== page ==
General Mechanical

General Mechanical

Should the stiffness of this cantilever beam be different for these two conditions?

    • Rameez_ul_Haq
      Subscriber

      So, I was just doing some Finite Element Analysis (FEA) to figure out what would be the effect on the stiffness of a cantilever beam if another beam is attached to it on its free end.

    • Rameez_ul_Haq
      Subscriber
      ,I would be glad to hear your perspective on this one, please :)
    • peteroznewman
      Subscriber
      Yes, the change in deformation is due to the addition of the block. Move the block to the other end of the cantilever and you will see a much larger change in tip deformation. Move the block to the halfway point along the length and the tip deflection will be between the other two results.
      The addition of the block is changing the stiffness of the beam. While the change in local stiffness is the same in the three positions of the block, the effect on tip deflection depends on where the stiffness increase was located. The effect is largest when the stiffness increase was near the base and smallest when the stiffness increase was near the tip. The reason is the bending moment is large at the base and small at the tip, so adding stiffness at the location where the bending moment is largest has the greatest effect on tip deflection.
      I should add that if you use a Kinematic Mount to connect a block to a beam, that will have zero influence on the stiffness of the beam. That means the static tip deflection will not change whether the block is mounted at the tip, the base or not mounted at all. However, since many systems are subject to gravity or vibration, the mass of the block will cause the mounting position to influence other results such as the first natural frequency or the deformation under a gravity load instead of a tip force.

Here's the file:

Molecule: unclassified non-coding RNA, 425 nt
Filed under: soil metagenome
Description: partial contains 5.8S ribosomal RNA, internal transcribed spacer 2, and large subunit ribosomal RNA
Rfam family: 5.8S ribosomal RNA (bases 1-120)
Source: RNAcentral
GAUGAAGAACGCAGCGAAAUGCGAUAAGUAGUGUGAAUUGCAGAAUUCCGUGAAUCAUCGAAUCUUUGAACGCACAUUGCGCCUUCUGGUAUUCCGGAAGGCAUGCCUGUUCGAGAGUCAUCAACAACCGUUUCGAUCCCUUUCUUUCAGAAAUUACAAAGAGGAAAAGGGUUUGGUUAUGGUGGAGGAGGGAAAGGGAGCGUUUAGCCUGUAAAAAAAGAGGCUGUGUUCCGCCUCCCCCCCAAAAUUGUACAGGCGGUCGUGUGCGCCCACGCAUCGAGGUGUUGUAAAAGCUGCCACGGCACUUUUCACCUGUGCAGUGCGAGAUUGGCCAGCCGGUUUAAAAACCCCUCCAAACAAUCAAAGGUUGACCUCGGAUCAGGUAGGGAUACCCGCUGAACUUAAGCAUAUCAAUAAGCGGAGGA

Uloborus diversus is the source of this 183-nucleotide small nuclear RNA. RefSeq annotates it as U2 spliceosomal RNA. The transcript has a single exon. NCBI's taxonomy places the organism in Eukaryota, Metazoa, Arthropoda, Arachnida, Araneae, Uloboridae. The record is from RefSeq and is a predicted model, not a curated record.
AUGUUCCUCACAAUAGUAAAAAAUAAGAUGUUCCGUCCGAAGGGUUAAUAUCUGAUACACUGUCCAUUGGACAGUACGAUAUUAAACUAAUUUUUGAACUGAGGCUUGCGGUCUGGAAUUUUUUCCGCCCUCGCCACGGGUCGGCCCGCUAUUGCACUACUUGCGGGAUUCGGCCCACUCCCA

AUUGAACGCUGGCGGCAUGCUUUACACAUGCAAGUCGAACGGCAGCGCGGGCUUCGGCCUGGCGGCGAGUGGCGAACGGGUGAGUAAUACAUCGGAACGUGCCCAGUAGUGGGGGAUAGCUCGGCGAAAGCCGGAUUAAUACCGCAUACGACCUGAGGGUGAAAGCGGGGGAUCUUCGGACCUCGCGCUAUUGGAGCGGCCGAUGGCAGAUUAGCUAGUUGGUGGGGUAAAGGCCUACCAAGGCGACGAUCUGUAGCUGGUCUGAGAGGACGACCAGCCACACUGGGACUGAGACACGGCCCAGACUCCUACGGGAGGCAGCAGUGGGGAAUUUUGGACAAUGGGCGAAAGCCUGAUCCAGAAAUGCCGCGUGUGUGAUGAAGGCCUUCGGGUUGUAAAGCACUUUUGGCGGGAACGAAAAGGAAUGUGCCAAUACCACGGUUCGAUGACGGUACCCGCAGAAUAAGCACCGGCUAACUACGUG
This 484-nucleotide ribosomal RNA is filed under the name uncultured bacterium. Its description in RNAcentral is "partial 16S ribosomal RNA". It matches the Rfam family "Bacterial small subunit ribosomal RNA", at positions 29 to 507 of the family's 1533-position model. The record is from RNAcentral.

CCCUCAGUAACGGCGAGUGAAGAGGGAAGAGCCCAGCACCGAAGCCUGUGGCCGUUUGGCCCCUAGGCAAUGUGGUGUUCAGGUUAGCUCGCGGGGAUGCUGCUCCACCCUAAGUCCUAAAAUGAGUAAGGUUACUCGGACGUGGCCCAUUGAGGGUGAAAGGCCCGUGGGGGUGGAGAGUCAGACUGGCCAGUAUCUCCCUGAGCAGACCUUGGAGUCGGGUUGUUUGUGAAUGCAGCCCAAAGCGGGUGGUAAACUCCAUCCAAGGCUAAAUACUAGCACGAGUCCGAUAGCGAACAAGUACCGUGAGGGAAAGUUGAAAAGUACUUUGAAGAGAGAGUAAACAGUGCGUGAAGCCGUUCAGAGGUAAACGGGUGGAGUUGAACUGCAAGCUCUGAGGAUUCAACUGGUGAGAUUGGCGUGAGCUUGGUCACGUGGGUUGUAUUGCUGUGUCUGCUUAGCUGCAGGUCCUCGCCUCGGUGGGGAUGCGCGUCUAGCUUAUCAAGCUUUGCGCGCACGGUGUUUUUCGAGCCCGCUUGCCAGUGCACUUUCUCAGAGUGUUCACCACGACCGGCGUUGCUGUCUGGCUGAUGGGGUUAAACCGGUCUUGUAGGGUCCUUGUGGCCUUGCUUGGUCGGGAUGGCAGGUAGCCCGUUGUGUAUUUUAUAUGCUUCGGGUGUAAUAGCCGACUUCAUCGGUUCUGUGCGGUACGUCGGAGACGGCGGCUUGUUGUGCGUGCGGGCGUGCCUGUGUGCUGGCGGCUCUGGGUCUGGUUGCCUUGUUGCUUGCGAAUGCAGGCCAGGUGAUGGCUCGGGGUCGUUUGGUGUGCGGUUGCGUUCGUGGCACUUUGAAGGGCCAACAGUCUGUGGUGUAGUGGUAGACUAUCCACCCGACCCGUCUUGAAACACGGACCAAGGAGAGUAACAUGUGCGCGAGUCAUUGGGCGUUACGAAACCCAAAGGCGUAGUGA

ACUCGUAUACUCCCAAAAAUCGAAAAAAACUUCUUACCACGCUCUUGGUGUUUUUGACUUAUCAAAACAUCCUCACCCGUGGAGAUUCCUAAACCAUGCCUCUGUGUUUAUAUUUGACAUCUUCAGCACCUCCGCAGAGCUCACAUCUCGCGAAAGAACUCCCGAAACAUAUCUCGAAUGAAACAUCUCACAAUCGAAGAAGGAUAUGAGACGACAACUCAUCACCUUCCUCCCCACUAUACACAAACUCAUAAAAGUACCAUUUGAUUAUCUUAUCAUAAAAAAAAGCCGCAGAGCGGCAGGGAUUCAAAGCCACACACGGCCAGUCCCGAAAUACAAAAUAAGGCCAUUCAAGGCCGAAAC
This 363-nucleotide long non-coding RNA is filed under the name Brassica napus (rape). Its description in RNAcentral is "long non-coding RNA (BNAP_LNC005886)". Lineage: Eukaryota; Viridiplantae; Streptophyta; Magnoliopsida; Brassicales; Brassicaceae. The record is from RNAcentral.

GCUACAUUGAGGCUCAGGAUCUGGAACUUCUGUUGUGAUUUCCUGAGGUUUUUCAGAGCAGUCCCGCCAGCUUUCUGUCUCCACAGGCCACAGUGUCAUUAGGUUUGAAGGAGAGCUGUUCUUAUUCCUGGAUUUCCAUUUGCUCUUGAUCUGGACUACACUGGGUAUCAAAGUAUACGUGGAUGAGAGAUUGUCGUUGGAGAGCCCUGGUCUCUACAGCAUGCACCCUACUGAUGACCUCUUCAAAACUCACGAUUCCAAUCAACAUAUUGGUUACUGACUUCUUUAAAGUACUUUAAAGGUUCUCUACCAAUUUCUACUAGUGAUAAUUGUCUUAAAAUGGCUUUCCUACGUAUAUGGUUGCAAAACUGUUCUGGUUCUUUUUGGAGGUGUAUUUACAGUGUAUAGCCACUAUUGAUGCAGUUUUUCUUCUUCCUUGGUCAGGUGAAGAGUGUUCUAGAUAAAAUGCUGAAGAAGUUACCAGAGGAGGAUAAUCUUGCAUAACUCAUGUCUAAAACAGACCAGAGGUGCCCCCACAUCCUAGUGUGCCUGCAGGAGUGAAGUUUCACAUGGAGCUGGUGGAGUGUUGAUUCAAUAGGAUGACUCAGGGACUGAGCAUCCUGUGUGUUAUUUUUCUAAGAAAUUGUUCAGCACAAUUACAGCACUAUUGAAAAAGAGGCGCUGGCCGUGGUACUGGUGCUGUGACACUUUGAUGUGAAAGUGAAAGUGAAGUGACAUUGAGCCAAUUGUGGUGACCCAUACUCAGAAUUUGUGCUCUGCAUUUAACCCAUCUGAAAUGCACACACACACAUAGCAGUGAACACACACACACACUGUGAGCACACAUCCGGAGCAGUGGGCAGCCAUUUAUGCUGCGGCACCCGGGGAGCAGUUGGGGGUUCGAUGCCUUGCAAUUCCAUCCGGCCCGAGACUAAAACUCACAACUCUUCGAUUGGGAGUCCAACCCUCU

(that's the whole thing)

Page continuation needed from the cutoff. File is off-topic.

• Rameez_ul_Haq
      Subscriber
      The reason is the bending moment is large at the base and small at the tip, so adding stiffness at the location where the bending moment is largest has the greatest effect on tip deflection.
      Is this coming from the general Bernoulli beam theory? And also, not only for this system, but for any type of system if I increase the stiffness in the region where the moment is highest, that will have the greatest effect on the max displacement of the beam, is that correct? Say, a beam load in the middle with two pin supports at each end.
      In you last para, you mentioned these:
      I should add that if you use a Kinematic Mount to connect a block to a beam, that will have zero influence on the stiffness of the beam.